The Enigma of Kaspar Hauser (1974) Werner Herzog, Bruno S.
“In 1828, a ragged boy was found abandoned in the town of N.” reads the opening text of Werner Herzog’s The Enigma Of Kaspar Hauser or to use its German title, Every Man For Himself And God Against All.
The ‘N’ is Nuremburg, but the reluctance to identify the real location of this true mystery hints early at the film’s approach to historical material. Indeed, Werner Herzog is barely interested in investigating the enigmatic origins of a foundling who had been deprived of all human contact and knowing just one phrase of German, before his sudden emergence as a teenager. Instead, Herzog is more preoccupied with anthropological issues, throwing his pre-cultural everyman into a world of social pretence, academic pomposity and exploitation, to see what comes out of the ensuing confrontations.
Always closer to the children and animals that he encounters than to adults, Hauser is both a wide-eyed innocent and holy fool, exposing the unnatural follies of those around him while embodying Herzog’s bold thesis that it is civilisation itself which ruins humanity.
“It seems to me that my coming into this world was a terribly hard fall,” declares Hauser after he has been taught to speak, and like his childlike protagonist, Herzog himself struggles to find his feet. At first meandering about in dull period detail and only beginning to come into his own at the point, about a third of the way in, where Hauser joins the local circus. From here on in, with its dwarves, freaks and wild outsiders, The Enigma Of Kaspar Hauser comes across as a summation, even a pastiche, of Herzog’s entire early-Seventies filmography, but at least in this parade of caricatured grotesques, who amplify and reflect Hauser’s alienation, there is something at last to hold the attention.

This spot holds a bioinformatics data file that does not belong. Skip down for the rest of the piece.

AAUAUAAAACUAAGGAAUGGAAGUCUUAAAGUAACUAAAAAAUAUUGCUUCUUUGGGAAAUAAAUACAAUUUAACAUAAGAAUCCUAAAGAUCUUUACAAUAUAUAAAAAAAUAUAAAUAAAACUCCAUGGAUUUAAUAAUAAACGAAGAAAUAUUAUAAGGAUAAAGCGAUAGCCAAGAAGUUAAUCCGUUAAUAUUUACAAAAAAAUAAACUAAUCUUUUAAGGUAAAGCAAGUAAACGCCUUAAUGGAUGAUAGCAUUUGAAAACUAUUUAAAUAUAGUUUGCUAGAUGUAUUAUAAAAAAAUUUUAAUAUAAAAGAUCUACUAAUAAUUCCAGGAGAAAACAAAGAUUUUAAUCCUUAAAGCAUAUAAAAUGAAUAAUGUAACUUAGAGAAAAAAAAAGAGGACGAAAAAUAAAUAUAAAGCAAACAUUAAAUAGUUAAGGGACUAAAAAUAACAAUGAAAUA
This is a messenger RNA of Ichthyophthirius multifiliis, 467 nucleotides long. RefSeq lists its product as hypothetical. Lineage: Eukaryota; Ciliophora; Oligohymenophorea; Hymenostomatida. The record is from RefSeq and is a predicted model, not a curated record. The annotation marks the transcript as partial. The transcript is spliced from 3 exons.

Herzog’s real masterstroke is the casting of troubled Berlin street musician Bruno S. A natural fit for the visionary lost boy, he would later rejoin Herzog for the thematically similar, but better, Stroszek (1977).